Burt's Bees Founder Burt Shavitz Dead at 80

Burt Shavitz
Burt Shavitz, founder of personal care products company Burt's Bees, died on July 5, 2015. Burt's Bees

Burt Shavitz, a reclusive beekeeper who co-founded the personal care products company Burt's Bees, died on Sunday at age 80.

Jody Shapiro, who directed a 2013 documentary on Shavitz, Burt's Buzz, announced the news on Twitter and Instagram. "I never met a person who stayed truer to their own beliefs and connected with nature like the way he did," Shapiro wrote. "He was truly one of a kind."

A spokeswoman for Burt's Bees also confirmed the news, telling Newsweek the cause of death was "respiratory complications."

Shavitz was born Ingram Berg Shavitz in 1935. The way the company tells it, he picked up Roxanne Quimby one day in 1984 when she was hitchhiking. A photographer turned beekeeper, he was selling honey out of his yellow Datsun pickup truck. She decided to help him with his operation and they founded Burt's Bees soon after.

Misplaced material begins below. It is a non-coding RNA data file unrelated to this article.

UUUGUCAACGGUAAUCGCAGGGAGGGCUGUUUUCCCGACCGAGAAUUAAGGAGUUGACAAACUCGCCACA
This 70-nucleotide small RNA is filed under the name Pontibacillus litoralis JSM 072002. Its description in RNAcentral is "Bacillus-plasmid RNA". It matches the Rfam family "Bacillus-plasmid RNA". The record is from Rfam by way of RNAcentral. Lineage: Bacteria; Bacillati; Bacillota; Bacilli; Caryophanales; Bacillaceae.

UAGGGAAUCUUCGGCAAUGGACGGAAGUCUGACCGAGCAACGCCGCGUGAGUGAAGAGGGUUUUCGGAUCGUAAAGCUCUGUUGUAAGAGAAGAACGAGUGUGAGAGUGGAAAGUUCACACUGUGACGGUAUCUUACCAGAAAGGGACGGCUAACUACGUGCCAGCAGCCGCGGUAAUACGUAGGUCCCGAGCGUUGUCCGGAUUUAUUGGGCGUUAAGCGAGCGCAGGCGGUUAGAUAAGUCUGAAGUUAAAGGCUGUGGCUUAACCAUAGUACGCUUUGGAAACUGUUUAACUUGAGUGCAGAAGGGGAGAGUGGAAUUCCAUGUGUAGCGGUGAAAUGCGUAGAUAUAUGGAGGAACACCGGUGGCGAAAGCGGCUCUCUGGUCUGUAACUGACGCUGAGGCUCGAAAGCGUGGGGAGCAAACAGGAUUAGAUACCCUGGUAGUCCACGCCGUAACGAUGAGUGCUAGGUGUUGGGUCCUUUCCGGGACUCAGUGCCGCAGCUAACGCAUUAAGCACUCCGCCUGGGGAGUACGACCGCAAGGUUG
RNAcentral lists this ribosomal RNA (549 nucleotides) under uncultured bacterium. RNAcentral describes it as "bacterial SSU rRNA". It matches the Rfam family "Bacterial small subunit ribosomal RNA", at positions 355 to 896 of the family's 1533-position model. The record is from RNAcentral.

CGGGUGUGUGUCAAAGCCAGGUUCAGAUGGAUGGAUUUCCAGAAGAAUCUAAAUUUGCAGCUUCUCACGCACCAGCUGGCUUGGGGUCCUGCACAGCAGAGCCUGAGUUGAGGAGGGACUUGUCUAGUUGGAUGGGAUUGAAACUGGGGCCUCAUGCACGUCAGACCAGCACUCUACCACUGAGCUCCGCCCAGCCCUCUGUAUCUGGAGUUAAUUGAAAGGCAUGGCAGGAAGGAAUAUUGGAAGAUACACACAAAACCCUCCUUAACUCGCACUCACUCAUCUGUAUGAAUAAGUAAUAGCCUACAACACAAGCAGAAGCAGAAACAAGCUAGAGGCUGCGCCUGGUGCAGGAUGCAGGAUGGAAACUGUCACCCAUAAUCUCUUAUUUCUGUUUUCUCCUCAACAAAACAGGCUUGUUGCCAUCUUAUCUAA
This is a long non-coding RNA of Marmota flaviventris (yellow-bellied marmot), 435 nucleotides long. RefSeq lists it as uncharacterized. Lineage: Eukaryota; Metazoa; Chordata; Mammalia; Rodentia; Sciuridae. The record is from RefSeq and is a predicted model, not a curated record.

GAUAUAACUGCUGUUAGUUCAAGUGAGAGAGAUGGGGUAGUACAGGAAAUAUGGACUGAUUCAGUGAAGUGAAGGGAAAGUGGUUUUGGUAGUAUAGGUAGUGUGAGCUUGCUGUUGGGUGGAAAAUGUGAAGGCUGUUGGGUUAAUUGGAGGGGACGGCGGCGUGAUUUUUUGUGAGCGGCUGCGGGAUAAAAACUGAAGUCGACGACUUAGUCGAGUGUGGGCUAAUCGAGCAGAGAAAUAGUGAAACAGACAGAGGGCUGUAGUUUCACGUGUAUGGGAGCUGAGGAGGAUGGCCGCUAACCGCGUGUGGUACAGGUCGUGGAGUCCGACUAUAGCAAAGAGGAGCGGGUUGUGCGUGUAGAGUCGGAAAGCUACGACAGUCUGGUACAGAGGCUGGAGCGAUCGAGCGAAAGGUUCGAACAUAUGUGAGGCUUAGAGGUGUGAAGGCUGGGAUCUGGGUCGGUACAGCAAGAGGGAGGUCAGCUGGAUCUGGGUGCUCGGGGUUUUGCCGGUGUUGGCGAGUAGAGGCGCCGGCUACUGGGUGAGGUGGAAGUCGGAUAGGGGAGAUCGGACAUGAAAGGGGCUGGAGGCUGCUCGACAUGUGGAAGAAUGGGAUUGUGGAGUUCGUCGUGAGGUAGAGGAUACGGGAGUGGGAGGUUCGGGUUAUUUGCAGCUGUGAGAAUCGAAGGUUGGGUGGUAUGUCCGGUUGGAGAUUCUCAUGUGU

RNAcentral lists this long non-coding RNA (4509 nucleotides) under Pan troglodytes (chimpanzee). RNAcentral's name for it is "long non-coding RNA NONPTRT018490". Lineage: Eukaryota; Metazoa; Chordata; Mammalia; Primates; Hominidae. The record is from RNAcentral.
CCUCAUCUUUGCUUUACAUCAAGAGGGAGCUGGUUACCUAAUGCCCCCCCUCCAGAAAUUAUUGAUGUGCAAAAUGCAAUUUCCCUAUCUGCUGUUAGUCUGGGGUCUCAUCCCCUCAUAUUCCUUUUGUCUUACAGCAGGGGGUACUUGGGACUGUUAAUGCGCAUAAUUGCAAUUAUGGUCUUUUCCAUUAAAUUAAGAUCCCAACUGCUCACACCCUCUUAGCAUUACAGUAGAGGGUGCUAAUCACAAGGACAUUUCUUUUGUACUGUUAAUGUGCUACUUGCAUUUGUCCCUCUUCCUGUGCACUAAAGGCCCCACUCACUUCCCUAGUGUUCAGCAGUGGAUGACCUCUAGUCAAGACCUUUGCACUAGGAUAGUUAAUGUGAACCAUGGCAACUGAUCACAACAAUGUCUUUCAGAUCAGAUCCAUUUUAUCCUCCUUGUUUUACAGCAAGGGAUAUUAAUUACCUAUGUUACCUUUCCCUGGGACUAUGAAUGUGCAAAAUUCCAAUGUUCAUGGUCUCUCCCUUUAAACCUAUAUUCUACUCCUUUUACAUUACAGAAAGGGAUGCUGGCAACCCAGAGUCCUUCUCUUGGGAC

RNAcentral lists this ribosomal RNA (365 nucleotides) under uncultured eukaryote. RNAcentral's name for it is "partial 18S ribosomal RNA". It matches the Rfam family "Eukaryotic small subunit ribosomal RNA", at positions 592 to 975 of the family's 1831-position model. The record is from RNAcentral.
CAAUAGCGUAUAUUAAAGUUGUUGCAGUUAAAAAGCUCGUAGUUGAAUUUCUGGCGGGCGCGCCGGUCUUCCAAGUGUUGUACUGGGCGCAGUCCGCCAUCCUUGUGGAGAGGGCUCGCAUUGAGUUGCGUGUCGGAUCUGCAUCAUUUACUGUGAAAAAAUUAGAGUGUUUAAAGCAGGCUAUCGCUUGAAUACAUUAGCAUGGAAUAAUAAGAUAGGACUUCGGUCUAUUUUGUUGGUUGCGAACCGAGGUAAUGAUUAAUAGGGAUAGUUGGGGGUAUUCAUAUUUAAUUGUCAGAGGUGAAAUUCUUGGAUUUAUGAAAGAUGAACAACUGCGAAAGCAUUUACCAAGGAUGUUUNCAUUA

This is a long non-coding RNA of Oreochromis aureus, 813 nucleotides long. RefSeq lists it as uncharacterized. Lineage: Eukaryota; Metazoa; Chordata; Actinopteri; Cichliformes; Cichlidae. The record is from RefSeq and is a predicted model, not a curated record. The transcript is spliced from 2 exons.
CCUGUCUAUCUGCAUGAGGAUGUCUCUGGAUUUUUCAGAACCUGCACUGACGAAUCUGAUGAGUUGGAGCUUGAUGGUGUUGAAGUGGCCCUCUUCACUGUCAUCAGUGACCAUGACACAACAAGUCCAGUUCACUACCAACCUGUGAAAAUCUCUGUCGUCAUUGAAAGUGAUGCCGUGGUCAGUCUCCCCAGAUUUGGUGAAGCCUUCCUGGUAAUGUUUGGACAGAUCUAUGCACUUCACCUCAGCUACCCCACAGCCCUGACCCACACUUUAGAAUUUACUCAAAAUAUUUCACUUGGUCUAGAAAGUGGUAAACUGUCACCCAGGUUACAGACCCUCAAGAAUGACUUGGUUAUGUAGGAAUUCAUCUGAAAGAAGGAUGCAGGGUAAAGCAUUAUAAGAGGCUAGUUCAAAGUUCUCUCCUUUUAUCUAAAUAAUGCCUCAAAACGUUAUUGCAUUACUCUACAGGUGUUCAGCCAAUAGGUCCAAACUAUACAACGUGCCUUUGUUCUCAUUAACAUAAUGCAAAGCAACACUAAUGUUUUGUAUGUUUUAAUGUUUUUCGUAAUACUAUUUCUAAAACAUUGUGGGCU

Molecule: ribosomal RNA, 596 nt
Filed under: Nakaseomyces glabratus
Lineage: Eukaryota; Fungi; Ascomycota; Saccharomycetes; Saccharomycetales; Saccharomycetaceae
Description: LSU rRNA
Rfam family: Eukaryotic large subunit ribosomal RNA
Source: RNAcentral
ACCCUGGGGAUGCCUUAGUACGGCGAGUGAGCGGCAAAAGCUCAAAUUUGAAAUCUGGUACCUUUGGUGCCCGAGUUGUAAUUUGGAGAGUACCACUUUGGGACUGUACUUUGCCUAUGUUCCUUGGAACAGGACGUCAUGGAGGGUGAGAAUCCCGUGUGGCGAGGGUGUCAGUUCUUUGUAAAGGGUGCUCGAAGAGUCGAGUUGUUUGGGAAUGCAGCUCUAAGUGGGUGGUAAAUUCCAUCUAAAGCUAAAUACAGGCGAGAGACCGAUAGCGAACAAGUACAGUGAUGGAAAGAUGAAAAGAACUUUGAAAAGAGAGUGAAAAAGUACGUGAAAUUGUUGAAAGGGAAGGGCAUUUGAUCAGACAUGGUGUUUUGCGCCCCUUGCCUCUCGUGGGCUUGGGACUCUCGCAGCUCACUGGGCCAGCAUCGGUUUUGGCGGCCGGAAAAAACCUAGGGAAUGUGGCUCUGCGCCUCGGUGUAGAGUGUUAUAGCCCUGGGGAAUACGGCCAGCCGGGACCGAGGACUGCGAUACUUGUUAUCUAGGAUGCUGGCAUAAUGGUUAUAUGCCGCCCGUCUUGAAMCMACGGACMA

He sold his stake in the company to Quimby in the late 1990s for a reported $130,000. Quimby sold the company to a private equity firm in 2003, and Clorox later reportedly purchased it for $913 million in 2007.

Shavitz's name and image still appear on the company's branding. It sells lip balm, face creams and body moisturizers, among other products. The beeswax lip balm is the company's signature product; Burt's Bees says it sells a tube every two seconds.

Burt's Bees
The reclusive beekeeper was the subject of a 2014 documentary, 'Burt's Buzz." Burt's Bees

In Burt's Buzz, Shavitz accused Quimby of ousting him from the company. "Roxanne Quimby wanted money and power, and I was just a pillar on the way to that success," he says in the film.

"Everyone associated with the company was treated fairly, and in some cases very generously, upon the sale of the company and my departure as CEO. And that, of course, includes Burt," Quimby responded to a reporter last year. She earned a reported $300 million for the company, according to The New York Times. Shavitz received $4 million when it sold.

After his death, the company posted a message on its website: "Burt Shavitz, our co-founder and namesake, has left for greener fields and wilder woods," the message said. "We remember him as a bearded, free-spirited Maine man, a beekeeper, a wisecracker, a lover of golden retrievers and his land. Above all, he taught us to never lose sight of our relationship with nature.

It's with a heavy heart that I share this news — Burt Shavitz (aka the Burt of Burt’s Bees) passed… https://t.co/wyn43GYyCe

— Jody Shapiro (@JodyShapiro) July 6, 2015